First oil flows from North Sea field
German oil and gas company Wintershall Dea has started production from its operated Nova oil field in the Norwegian sector of the North Sea.
Wintershall Dea’s partners in the field are Sval Energi, Pandion Energy Norge, and, following the completion of a previously announced sale of interest, also OKEA. The partnership was granted consent from the Norwegian authorities to start production from the Nova field in late June 2022.
Nova was developed using existing infrastructure. It is a tieback to the nearby Neptune Energy-operated Gjøa platform, which is electrified with renewable power from shore. The host platform will provide gas lift and water injection to the field and receives the Nova hydrocarbons. The tieback solution further extends the economic lifetime and increases the profitability of the Gjøa field, in which Wintershall Dea has a 28 per cent share.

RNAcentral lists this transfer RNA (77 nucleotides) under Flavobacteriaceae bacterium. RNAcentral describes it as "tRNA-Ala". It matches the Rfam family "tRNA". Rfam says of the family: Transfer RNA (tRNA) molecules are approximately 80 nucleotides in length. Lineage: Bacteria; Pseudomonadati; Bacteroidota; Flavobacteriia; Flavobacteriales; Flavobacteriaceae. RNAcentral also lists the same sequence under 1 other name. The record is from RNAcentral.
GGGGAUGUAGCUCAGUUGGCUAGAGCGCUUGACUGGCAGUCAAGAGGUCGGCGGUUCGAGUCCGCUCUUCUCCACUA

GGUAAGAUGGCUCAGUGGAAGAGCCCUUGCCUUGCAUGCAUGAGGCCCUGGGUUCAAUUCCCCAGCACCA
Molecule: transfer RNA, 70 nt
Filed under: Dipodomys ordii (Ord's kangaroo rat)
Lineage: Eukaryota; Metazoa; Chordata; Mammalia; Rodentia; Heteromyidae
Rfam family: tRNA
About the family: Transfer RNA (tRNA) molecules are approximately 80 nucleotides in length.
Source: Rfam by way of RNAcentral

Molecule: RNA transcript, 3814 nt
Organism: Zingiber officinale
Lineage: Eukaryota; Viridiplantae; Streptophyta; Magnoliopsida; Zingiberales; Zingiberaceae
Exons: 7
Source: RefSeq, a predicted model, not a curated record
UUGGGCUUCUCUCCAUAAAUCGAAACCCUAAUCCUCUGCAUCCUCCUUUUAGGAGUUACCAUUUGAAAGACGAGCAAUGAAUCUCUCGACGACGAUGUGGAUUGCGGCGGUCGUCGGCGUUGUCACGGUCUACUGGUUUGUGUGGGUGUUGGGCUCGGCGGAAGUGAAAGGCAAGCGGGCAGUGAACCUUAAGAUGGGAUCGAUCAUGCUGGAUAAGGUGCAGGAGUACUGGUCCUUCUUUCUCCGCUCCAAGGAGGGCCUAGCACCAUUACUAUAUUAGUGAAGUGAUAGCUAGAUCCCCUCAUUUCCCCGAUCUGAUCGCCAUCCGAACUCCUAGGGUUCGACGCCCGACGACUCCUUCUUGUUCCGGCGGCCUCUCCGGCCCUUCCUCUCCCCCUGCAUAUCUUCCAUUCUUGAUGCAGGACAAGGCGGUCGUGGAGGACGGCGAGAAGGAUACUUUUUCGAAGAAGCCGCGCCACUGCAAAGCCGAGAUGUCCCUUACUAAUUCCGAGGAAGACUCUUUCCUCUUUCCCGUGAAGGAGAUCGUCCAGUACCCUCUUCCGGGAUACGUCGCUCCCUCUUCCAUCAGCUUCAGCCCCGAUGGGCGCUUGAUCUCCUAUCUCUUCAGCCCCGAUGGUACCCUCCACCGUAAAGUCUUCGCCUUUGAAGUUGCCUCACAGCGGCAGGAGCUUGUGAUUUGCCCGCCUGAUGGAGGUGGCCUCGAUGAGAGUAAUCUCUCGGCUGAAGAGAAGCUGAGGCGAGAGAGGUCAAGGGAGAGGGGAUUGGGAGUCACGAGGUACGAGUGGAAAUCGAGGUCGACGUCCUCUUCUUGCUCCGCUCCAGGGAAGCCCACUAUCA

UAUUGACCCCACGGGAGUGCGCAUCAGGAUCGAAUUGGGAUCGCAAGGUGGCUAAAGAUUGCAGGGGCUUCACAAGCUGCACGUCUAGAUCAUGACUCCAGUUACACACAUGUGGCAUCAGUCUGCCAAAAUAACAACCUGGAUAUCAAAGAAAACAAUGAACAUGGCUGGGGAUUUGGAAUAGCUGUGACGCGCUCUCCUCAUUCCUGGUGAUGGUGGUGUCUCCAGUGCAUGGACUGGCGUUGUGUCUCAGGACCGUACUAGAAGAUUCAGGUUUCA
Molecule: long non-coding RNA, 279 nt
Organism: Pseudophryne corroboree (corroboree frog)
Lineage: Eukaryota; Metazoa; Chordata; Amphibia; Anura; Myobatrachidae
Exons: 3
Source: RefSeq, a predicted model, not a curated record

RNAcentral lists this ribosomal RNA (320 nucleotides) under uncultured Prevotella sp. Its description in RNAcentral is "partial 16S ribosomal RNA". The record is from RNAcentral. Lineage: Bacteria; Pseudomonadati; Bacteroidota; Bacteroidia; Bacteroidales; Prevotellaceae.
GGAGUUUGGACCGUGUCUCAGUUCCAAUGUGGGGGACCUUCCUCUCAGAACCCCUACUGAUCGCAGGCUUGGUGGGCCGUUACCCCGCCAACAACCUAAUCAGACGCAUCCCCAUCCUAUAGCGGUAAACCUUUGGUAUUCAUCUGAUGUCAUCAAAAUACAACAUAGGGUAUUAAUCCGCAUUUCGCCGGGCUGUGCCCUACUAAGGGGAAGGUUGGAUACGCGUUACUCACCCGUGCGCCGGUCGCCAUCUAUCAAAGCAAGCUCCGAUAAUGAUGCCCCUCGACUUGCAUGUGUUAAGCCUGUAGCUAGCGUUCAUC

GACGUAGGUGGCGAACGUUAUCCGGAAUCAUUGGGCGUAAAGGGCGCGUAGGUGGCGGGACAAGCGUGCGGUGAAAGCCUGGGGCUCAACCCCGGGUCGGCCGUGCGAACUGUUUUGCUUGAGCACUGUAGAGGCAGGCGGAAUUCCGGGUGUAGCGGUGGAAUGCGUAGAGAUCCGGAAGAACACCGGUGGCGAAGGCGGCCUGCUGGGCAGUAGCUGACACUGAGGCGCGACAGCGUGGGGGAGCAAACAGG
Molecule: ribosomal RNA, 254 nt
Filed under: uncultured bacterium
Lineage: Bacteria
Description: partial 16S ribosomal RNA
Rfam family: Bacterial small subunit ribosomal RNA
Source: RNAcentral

Hugo Dijkgraaf, Wintershall Dea Member of the Executive Board and Chief Technology Officer, “With the start-up of the major project Nova, Wintershall Dea is now operating three subsea production fields in Norway. We are expanding our subsea technology expertise and meanwhile three further tieback developments, including Dvalin, are in the planning.”
Wintershall Dea pointed out that, with Nova, it is increasing Europe’s energy supply in a time of need.
Furthermore, when the Dvalin field and the partner-operated Njord Future project, in which Wintershall Dea holds a 50 per cent share, come on stream as currently planned later this year, Wintershall Dea says it will provide significant further gas and oil volumes to Europe.
In addition, the company operates recent discoveries like Dvalin North, planned for PDO hand-in (Plan for Development and Operations) by the end of 2022, and several other discoveries which could be developed in the future. For instance, Wintershall Dea is a partner in the Aker BP-operated Storjo discovery in the Norwegian Sea.
Nova is located about 120 kilometres northwest of Bergen and approximately 17 kilometres southwest of Gjøa. The water depth is roughly 370 metres. The development consists of two subsea templates, one with three oil producers and one with three water injectors, tied back to the Gjøa platform.
The expected recoverable gross reserves from the field are estimated at 90 million barrels of oil equivalent (boe), of which the majority will be oil.